I just bought a pair of Dynastar Comp 66 Course with a pair of P14 lifters last month and needed to have them remounted. Went into theshop to chat with the tech while he did it and watch what was going on, and he tapped the holes in the plate before mounting the bindings. I'm not completely sure if its the same plate though from the regular comp to the course- is yours the red blue and silver aluminum mounting plates with the gray plastic between them?
post #5 of 16
if you are using a drill/screwshooter the plate should accept the screws without tapping just make sure that the binding/plate interfaces are flush when you are finished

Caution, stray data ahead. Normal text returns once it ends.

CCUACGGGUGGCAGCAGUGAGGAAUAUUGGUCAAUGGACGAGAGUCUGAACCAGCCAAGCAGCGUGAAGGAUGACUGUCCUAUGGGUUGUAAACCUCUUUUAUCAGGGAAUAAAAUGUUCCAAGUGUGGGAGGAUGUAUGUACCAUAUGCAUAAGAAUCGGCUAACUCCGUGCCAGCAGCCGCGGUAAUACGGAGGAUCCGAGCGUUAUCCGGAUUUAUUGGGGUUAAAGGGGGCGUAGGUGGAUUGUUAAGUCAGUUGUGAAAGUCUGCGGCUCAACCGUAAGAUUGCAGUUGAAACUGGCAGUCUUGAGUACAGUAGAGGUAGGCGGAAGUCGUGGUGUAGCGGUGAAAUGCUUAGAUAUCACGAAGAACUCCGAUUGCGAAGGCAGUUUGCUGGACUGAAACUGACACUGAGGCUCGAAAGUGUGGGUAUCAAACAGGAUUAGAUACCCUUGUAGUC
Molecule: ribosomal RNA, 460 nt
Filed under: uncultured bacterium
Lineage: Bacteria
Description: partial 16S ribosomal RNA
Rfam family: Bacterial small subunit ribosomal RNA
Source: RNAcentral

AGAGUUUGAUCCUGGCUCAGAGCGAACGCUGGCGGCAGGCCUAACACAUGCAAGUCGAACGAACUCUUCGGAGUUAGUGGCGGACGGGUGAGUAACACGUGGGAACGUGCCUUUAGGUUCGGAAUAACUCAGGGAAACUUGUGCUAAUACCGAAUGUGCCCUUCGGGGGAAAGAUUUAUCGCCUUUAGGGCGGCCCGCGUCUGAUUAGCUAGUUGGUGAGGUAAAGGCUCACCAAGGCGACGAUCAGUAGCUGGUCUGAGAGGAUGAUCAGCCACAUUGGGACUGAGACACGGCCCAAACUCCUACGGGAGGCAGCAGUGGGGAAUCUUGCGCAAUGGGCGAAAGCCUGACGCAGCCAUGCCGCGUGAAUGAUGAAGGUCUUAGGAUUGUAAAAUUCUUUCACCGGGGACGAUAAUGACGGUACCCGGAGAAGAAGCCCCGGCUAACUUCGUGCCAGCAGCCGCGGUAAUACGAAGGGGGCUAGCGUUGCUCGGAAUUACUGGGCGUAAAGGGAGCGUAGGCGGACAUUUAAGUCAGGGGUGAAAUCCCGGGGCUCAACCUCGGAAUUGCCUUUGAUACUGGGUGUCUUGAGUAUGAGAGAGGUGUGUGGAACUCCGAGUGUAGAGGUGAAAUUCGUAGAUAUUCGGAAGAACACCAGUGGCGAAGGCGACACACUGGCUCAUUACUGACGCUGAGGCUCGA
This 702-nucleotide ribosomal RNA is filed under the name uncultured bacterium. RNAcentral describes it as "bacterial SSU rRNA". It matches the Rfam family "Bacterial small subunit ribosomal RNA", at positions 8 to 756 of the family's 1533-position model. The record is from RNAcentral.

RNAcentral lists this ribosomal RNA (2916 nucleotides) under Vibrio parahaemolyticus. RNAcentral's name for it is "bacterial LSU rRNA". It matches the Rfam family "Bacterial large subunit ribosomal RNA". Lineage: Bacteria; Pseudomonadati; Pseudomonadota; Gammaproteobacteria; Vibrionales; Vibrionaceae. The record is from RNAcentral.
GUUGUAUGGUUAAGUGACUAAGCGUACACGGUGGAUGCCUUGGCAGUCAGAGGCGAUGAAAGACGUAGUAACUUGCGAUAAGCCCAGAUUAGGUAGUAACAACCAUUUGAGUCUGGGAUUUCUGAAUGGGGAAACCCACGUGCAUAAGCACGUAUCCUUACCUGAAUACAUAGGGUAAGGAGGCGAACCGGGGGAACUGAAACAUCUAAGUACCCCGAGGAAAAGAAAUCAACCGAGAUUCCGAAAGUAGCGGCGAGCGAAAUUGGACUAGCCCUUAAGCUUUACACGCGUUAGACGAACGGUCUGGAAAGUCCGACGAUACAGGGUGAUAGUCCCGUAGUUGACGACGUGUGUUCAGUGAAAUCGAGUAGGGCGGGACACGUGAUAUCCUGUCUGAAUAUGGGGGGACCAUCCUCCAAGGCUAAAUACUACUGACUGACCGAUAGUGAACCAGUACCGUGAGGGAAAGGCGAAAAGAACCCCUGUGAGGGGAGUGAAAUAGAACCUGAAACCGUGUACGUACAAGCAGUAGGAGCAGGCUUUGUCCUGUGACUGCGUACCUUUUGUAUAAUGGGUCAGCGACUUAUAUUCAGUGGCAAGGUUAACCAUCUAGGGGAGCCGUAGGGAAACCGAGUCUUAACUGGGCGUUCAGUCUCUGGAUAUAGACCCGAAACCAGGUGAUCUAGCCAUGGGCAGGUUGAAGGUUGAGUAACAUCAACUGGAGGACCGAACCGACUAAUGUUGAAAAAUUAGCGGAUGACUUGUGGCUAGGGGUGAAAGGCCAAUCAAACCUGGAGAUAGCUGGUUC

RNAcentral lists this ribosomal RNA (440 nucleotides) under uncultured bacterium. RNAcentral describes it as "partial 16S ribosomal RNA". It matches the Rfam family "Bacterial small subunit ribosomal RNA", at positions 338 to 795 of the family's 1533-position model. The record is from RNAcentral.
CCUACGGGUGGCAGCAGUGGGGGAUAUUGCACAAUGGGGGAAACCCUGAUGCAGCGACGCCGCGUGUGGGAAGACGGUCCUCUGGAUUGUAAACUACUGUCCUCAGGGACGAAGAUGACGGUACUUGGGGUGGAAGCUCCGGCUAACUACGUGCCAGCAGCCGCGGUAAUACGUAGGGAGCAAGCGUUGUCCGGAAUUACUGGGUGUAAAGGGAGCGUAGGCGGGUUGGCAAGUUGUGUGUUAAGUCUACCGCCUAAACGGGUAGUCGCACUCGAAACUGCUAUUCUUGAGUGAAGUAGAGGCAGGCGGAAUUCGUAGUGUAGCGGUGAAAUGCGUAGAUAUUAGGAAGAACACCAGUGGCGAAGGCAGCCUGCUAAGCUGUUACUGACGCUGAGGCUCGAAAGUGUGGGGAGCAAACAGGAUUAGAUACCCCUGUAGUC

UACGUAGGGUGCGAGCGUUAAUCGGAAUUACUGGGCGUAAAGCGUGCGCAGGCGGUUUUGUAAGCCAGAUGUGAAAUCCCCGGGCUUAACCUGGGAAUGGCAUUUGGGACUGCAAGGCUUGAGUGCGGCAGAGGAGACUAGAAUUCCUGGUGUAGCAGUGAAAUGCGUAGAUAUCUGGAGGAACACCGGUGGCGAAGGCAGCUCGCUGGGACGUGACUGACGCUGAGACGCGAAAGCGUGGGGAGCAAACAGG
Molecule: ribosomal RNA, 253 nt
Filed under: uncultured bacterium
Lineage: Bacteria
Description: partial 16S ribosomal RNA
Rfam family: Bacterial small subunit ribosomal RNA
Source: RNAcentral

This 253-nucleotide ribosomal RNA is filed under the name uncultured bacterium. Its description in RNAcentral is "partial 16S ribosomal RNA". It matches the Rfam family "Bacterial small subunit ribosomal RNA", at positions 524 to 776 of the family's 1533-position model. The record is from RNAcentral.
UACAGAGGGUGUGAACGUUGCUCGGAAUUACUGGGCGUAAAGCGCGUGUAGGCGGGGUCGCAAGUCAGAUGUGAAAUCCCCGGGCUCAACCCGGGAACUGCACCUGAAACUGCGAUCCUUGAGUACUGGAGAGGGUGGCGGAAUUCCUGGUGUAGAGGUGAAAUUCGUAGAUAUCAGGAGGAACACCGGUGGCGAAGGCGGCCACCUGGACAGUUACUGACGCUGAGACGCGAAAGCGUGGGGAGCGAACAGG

if you choos to go without lifters (i wouldn't, FIS isn't going to track you down and the ski works batter with them)
make sur to use shorter screws as under the toe you may pierce the top sheet of the ski

you do not need to use glue, but some will lubricate the holes(as will wax or grease FWIW (this is for plates only))
post #6 of 16
Thread Starter 
Thanks for the info!

Standard taps are usually pretty cheap (<$5), but the ski ones are pretty expensive through tognar, etc ($12). I tried to find info on the sizing of ski taps but couldnt really find anything conclusive. It might be a standard #12, but I would guess the threads-per-inch is far lower on ski screws than on standard machine screws. Some info I did find said tapping is mostly to make sure the screw goes in straight, so I figured I would just be careful.